The venomous fangs of a tarantula, crystallized sugar syrup and the auto-fluorescing hairs on a leaf are among the top 20 images chosen for their science and artistry in Nikon’s Small World Photo Microscopy Competition this year.
The contest, in its 49th year, gave its top prize to researcher Hassanain Qambari, assisted by Jayden Dickson, for their image of a rodent’s optic nerve head in a web of vivid yellow, red and green, while studying diabetic retinopathy – an eye condition that can cause vision loss in people with diabetes.
Qambari, who has been involved in researching diabetic retinopathy’s early detection and reversal since 2021, said the competition allowed people to showcase “the beauty and artistic side of science which may otherwise get overlooked.”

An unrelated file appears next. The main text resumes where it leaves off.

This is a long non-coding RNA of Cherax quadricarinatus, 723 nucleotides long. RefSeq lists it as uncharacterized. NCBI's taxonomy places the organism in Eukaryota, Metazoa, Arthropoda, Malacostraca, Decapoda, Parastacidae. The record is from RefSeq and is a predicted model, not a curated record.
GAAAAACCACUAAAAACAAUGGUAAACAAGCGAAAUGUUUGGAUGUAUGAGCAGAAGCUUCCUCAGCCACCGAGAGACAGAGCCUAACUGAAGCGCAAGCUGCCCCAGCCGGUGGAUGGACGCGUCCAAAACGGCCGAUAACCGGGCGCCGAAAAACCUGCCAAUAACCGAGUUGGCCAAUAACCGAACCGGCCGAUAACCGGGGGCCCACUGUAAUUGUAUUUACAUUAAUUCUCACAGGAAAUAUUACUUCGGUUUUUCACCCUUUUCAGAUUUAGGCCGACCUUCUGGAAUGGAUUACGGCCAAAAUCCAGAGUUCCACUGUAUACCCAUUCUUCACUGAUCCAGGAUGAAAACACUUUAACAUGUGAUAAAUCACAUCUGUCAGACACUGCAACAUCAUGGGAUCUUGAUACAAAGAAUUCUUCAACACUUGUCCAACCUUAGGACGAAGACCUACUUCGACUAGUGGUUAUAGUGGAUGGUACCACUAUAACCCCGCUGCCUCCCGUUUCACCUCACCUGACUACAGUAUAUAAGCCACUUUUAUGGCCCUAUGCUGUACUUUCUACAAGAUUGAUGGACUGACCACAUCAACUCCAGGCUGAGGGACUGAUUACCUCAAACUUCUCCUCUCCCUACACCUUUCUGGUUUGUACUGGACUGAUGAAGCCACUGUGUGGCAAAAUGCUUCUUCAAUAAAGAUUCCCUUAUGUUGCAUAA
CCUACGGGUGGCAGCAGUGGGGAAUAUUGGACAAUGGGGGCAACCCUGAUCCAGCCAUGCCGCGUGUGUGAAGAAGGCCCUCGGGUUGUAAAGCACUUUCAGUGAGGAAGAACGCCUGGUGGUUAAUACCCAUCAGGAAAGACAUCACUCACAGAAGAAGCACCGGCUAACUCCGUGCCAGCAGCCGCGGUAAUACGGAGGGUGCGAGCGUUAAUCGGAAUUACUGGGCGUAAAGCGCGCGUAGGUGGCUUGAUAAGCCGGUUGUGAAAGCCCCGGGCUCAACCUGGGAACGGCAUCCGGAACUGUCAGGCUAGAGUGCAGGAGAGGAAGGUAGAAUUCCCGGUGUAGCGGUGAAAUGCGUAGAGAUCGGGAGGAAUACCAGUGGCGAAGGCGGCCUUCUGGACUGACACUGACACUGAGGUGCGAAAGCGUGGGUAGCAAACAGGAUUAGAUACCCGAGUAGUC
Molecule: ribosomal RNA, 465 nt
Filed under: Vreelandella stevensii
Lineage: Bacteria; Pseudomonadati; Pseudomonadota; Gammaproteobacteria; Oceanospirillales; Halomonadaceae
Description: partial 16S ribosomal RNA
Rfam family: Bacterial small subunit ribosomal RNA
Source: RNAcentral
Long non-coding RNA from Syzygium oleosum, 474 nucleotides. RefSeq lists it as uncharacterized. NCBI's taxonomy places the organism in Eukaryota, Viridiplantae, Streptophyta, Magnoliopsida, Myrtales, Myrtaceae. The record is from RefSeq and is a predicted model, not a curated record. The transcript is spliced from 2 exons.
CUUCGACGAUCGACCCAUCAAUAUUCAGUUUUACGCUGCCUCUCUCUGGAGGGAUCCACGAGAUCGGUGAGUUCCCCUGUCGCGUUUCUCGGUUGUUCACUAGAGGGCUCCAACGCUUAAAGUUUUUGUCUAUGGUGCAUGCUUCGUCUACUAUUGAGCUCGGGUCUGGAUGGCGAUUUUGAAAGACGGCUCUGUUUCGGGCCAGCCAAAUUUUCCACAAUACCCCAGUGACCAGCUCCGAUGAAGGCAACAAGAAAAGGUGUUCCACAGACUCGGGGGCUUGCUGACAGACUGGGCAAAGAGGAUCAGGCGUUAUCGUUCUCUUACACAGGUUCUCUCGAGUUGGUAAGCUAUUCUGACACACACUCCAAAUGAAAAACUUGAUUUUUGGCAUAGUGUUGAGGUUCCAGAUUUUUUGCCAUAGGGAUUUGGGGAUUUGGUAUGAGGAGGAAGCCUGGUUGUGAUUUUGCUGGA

“Such a competition not only celebrates the participant’s hard work and passion but may also draw and inspire young scientists to pursue a career in STEM. It certainly inspired me,” he said in a press release Tuesday.
Eric Flem, senior manager, CRM and communications at Nikon Instruments, added that he is “consistently awed” by how advancements in scientific imaging technology make it “possible to create art out of science for the public to enjoy.”
This year’s competition received nearly 1,900 entries from 72 countries, organizers said.
Coming in second place was Ole Bielfeldt for his depiction of a matchstick igniting by friction when struck against the surface of a box. In third place was Malgorzata Lisowska for her pink-hued picture of breast cancer cells.
A selection of some of the top images selected by organizers can be viewed in the gallery above.